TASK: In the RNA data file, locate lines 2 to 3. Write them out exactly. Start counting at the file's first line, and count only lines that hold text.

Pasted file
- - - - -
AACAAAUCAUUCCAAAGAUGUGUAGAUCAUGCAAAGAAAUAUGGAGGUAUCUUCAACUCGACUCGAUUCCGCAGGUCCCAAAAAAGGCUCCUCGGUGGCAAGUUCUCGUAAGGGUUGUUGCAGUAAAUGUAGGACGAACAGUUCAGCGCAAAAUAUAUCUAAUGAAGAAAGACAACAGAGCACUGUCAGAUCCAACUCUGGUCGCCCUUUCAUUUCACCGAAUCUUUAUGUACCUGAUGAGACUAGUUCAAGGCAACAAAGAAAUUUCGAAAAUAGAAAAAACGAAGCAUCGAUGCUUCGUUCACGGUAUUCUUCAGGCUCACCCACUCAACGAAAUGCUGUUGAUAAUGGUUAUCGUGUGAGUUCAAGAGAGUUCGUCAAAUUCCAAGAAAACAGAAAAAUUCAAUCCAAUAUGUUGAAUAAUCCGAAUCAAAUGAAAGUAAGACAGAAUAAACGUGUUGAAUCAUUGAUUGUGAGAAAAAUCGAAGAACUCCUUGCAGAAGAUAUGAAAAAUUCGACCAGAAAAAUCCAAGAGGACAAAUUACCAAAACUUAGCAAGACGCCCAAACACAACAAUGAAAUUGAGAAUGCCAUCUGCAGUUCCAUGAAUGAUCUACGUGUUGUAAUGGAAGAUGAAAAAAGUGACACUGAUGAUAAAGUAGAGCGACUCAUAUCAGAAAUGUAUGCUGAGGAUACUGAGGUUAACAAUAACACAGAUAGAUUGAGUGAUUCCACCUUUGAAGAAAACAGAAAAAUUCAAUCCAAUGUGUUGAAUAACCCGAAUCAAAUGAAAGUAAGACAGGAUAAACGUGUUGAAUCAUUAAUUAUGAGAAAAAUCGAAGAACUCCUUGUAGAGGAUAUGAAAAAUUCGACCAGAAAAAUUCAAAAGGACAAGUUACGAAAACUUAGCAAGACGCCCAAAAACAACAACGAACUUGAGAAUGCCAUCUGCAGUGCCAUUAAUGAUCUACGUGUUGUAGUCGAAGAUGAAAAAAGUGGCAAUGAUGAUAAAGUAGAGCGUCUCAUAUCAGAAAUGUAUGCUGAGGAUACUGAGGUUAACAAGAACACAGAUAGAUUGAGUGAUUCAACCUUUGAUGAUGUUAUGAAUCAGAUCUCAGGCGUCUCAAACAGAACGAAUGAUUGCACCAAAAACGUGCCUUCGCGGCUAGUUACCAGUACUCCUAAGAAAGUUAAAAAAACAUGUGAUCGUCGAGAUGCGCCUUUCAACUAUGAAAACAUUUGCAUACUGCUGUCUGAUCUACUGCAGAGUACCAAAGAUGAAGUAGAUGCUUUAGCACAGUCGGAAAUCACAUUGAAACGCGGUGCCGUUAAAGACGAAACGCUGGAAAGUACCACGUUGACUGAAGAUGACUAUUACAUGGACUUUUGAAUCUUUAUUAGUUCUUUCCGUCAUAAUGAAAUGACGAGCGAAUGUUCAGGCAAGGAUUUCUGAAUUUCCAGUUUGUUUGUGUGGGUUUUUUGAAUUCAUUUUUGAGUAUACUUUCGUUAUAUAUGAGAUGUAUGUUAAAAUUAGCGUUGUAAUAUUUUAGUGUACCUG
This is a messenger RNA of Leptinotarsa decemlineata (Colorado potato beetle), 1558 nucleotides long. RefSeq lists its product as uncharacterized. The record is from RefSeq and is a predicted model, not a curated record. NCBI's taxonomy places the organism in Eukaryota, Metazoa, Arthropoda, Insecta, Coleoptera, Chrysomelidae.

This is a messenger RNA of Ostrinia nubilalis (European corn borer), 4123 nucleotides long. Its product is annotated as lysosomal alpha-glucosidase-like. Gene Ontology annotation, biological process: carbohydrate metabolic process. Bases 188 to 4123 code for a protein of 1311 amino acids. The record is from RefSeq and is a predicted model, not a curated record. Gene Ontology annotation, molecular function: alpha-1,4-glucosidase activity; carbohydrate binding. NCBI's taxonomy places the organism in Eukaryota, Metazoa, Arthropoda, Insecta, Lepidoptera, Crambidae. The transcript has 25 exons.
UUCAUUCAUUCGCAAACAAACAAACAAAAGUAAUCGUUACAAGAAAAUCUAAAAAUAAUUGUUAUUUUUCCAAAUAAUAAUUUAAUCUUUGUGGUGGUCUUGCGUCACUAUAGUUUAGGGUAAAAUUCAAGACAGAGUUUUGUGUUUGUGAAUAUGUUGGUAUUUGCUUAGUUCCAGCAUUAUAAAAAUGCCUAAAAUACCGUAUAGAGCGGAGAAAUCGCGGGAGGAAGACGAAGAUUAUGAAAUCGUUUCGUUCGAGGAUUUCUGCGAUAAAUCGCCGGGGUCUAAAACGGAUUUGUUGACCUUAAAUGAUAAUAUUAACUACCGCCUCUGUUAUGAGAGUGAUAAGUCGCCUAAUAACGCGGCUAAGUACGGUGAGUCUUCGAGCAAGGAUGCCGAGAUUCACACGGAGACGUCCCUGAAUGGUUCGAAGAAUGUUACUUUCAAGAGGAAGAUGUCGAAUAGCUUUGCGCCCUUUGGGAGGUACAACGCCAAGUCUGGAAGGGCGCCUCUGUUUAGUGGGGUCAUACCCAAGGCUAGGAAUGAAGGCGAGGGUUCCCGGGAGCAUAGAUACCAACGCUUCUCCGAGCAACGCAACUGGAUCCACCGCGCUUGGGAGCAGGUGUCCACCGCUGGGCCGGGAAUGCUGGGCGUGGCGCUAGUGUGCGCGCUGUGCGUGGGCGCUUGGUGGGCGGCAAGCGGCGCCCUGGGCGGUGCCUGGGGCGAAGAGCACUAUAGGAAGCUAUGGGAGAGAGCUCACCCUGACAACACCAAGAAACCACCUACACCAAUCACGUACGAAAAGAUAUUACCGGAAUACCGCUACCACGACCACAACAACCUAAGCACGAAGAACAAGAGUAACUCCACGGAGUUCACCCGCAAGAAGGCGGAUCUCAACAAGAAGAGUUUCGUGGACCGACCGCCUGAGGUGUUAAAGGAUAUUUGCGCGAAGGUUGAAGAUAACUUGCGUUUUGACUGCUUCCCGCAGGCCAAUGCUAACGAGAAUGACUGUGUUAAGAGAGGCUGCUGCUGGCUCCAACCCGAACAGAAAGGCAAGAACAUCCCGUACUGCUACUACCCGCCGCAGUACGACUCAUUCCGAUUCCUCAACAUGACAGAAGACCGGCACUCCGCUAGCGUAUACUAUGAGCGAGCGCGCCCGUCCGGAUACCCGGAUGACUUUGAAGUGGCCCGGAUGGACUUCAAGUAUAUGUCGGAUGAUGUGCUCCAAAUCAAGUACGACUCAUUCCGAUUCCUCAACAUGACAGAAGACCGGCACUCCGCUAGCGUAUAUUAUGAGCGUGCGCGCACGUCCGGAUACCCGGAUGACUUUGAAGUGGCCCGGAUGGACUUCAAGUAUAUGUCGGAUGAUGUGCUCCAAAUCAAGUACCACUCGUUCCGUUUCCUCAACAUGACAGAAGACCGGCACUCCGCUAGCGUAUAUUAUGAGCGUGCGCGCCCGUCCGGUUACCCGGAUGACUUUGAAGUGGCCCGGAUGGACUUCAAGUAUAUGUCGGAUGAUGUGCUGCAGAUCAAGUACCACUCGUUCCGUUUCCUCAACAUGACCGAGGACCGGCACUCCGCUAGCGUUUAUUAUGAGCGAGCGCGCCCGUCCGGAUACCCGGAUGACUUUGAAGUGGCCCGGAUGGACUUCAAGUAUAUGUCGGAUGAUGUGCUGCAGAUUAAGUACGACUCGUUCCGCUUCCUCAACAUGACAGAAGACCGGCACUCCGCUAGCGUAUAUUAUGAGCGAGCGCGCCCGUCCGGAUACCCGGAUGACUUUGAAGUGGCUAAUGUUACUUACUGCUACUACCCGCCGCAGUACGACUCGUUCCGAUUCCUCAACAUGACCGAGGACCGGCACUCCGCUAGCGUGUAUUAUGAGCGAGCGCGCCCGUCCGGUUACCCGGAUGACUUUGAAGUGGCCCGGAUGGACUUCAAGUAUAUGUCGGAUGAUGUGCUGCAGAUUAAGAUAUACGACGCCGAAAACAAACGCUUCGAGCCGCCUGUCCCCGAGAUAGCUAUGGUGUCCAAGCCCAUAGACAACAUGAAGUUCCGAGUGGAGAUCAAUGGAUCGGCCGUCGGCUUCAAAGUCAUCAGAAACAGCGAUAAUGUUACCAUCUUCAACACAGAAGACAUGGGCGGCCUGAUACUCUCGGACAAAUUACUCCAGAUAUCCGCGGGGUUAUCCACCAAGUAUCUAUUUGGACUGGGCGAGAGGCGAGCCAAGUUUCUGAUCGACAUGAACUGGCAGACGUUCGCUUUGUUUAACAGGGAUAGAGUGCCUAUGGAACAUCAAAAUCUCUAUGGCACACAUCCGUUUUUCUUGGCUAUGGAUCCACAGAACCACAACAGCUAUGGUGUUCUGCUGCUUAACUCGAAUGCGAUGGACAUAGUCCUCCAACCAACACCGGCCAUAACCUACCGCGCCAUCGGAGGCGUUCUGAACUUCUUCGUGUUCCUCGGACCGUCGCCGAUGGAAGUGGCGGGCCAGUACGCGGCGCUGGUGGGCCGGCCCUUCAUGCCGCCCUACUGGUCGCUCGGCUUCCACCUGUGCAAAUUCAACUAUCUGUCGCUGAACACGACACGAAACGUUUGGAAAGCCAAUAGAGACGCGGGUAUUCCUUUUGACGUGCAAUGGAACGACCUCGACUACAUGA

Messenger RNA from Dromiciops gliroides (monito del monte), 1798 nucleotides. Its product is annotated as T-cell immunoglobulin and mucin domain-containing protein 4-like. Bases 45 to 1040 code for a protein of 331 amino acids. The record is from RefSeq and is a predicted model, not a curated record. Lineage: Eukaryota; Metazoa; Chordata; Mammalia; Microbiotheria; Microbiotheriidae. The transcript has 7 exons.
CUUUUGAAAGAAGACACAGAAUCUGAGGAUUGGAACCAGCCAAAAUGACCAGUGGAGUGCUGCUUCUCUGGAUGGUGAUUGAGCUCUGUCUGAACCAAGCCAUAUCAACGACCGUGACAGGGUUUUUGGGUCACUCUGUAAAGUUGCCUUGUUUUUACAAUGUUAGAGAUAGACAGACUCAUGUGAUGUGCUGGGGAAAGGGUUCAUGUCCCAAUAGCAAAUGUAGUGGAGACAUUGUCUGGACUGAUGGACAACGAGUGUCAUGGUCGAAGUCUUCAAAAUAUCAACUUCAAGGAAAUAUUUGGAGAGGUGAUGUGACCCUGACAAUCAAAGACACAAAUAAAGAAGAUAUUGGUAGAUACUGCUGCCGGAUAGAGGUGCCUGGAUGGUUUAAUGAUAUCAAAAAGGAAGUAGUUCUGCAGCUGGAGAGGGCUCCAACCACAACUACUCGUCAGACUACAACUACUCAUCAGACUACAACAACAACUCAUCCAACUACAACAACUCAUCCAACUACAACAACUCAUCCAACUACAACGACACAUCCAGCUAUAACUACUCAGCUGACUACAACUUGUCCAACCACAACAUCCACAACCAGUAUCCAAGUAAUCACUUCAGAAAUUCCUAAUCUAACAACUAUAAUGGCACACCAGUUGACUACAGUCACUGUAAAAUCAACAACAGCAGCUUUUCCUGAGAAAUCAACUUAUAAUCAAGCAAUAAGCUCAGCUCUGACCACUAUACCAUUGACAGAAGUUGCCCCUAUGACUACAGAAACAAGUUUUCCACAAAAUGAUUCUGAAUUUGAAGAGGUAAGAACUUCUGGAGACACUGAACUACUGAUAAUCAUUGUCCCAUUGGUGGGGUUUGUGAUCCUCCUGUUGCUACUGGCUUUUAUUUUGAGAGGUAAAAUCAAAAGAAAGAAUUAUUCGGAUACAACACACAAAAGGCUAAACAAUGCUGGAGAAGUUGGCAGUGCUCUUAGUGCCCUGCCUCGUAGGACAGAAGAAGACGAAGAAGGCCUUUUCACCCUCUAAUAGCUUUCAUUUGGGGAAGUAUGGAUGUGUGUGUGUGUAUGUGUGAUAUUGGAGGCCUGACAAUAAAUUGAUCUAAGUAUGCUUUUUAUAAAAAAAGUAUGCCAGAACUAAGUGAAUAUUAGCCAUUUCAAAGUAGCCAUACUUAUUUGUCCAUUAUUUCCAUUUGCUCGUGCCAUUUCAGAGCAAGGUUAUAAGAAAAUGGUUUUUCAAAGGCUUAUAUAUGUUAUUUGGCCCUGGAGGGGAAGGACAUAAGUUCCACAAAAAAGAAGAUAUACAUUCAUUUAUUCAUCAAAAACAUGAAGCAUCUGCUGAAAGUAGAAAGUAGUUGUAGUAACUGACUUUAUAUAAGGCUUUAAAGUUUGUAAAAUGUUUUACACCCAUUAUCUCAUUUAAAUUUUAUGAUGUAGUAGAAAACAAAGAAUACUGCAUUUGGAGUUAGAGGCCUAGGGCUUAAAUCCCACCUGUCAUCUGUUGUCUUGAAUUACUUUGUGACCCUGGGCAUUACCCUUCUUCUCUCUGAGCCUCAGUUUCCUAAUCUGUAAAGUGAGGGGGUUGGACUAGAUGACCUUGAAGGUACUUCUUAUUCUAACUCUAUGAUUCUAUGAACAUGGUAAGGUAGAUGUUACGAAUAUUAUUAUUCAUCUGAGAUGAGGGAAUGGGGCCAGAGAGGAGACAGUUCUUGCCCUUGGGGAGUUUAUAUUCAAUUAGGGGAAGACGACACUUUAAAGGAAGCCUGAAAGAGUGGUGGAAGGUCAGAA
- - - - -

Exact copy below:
This is a messenger RNA of Leptinotarsa decemlineata (Colorado potato beetle), 1558 nucleotides long. RefSeq lists its product as uncharacterized. The record is from RefSeq and is a predicted model, not a curated record. NCBI's taxonomy places the organism in Eukaryota, Metazoa, Arthropoda, Insecta, Coleoptera, Chrysomelidae.

This is a messenger RNA of Ostrinia nubilalis (European corn borer), 4123 nucleotides long. Its product is annotated as lysosomal alpha-glucosidase-like. Gene Ontology annotation, biological process: carbohydrate metabolic process. Bases 188 to 4123 code for a protein of 1311 amino acids. The record is from RefSeq and is a predicted model, not a curated record. Gene Ontology annotation, molecular function: alpha-1,4-glucosidase activity; carbohydrate binding. NCBI's taxonomy places the organism in Eukaryota, Metazoa, Arthropoda, Insecta, Lepidoptera, Crambidae. The transcript has 25 exons.